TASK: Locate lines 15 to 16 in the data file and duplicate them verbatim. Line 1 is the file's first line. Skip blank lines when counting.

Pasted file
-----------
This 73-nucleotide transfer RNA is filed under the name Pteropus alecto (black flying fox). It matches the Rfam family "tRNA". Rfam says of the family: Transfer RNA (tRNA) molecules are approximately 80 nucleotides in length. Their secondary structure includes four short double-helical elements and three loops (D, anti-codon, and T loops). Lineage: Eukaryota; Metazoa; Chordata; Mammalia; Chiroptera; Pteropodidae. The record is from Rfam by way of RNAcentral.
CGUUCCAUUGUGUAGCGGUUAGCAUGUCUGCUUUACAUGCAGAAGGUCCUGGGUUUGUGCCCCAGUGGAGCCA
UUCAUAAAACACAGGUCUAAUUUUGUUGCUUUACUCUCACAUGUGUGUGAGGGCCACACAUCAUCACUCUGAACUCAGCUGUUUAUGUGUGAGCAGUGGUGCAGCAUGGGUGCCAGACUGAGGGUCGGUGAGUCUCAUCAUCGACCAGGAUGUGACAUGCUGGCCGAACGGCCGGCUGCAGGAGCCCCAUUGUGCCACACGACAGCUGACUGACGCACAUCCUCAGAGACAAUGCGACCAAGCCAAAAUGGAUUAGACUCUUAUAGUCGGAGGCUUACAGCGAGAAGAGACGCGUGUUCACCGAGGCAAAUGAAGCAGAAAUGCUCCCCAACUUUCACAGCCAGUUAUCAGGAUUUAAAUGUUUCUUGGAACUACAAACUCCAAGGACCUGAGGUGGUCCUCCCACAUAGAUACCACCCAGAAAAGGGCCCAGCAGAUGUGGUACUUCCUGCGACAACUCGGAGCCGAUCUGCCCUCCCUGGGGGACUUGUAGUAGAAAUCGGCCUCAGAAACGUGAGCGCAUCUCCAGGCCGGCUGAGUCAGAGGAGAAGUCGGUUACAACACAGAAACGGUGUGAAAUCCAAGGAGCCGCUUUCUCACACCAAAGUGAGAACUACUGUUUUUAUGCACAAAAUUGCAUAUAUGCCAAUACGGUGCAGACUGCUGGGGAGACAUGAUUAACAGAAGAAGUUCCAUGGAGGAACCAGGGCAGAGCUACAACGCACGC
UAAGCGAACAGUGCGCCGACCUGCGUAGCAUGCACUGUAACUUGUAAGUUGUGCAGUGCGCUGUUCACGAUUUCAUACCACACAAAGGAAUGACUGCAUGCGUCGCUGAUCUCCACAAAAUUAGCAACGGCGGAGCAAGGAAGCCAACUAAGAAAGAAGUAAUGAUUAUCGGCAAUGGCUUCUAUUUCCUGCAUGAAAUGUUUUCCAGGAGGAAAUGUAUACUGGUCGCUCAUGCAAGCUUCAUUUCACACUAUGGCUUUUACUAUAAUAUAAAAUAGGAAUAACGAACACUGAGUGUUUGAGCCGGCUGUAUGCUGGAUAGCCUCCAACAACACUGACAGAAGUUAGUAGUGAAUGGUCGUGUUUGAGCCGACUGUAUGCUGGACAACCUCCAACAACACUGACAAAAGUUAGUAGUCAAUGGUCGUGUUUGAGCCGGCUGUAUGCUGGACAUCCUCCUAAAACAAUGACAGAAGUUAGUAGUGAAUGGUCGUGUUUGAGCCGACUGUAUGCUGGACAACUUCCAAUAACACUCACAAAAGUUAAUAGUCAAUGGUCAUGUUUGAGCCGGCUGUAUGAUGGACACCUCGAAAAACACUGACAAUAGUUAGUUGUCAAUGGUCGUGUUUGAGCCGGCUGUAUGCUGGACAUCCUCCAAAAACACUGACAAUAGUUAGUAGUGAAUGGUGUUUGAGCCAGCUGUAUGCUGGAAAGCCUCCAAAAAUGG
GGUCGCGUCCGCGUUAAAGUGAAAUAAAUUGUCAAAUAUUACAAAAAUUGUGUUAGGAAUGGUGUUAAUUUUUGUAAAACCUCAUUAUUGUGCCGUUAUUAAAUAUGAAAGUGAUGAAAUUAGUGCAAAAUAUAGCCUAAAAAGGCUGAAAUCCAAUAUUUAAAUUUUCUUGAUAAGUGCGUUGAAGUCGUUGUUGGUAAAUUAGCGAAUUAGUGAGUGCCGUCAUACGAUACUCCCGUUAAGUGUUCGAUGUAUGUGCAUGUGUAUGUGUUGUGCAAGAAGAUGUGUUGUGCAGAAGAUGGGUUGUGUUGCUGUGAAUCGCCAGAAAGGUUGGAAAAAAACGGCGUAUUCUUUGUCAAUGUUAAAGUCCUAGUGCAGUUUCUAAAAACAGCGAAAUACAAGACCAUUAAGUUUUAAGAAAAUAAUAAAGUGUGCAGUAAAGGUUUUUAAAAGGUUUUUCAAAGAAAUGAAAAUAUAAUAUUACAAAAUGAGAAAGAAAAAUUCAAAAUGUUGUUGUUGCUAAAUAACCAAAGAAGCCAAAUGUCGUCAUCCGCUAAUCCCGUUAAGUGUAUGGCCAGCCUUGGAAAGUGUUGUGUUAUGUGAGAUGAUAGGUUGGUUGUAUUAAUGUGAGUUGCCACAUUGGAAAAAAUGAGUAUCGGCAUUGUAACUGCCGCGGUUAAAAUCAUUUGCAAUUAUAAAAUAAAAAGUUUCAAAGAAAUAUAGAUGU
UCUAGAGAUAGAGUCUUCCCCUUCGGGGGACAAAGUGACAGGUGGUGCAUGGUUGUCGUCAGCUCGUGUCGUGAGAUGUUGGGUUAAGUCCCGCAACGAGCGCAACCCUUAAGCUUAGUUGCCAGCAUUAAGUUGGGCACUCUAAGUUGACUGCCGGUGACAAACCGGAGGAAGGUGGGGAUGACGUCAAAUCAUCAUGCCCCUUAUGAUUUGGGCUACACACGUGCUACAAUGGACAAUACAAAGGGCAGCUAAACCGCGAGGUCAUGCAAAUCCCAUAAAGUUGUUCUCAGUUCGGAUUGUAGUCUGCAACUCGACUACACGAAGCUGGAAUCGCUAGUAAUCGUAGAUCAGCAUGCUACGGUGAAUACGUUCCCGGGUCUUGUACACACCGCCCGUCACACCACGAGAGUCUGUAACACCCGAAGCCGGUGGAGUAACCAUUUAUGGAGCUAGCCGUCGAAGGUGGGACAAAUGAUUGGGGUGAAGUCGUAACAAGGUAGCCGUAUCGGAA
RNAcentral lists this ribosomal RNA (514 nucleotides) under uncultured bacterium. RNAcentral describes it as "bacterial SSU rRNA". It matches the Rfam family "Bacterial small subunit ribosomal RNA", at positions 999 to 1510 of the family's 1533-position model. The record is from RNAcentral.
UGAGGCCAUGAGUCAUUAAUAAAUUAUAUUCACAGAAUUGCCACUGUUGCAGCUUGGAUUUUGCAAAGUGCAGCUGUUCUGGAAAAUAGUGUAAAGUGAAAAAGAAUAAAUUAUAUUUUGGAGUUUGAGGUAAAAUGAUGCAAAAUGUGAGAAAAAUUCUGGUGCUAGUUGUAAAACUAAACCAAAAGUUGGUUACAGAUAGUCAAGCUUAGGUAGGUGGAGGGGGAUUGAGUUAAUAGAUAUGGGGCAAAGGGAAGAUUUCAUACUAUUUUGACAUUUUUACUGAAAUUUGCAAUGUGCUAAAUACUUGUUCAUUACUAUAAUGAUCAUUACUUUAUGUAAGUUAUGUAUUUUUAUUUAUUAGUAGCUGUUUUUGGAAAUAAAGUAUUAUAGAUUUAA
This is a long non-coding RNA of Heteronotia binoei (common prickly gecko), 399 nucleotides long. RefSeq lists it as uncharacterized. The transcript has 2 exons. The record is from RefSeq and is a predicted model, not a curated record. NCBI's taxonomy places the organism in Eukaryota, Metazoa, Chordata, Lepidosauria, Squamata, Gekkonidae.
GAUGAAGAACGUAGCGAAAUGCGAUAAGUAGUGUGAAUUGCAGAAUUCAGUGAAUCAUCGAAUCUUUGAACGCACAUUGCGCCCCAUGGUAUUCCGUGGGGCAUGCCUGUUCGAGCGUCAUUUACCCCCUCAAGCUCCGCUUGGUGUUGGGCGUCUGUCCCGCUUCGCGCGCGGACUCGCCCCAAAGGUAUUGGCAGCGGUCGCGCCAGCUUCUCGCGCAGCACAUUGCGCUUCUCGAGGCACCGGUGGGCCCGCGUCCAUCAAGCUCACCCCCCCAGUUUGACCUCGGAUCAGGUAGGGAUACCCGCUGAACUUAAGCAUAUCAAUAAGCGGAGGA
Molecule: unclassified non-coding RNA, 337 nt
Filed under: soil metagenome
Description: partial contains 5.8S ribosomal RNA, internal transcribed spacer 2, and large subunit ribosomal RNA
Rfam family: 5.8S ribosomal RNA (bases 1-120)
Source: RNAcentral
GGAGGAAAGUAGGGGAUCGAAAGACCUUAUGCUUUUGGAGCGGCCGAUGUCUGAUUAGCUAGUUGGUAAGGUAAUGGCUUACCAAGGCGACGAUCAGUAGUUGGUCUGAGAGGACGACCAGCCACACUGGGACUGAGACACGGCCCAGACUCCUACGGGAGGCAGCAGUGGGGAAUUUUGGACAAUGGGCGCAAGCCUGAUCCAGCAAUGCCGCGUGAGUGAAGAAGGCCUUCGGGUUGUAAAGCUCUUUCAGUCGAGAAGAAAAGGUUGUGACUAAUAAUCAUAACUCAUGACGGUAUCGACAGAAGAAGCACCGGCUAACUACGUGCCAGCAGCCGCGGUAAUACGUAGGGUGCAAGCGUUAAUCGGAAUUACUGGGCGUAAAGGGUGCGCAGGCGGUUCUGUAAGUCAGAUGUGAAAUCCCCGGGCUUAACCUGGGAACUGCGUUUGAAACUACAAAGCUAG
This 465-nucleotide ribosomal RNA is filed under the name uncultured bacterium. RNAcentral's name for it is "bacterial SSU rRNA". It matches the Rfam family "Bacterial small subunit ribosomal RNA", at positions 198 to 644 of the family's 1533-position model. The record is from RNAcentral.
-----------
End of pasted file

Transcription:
Source: RNAcentral
GGAGGAAAGUAGGGGAUCGAAAGACCUUAUGCUUUUGGAGCGGCCGAUGUCUGAUUAGCUAGUUGGUAAGGUAAUGGCUUACCAAGGCGACGAUCAGUAGUUGGUCUGAGAGGACGACCAGCCACACUGGGACUGAGACACGGCCCAGACUCCUACGGGAGGCAGCAGUGGGGAAUUUUGGACAAUGGGCGCAAGCCUGAUCCAGCAAUGCCGCGUGAGUGAAGAAGGCCUUCGGGUUGUAAAGCUCUUUCAGUCGAGAAGAAAAGGUUGUGACUAAUAAUCAUAACUCAUGACGGUAUCGACAGAAGAAGCACCGGCUAACUACGUGCCAGCAGCCGCGGUAAUACGUAGGGUGCAAGCGUUAAUCGGAAUUACUGGGCGUAAAGGGUGCGCAGGCGGUUCUGUAAGUCAGAUGUGAAAUCCCCGGGCUUAACCUGGGAACUGCGUUUGAAACUACAAAGCUAG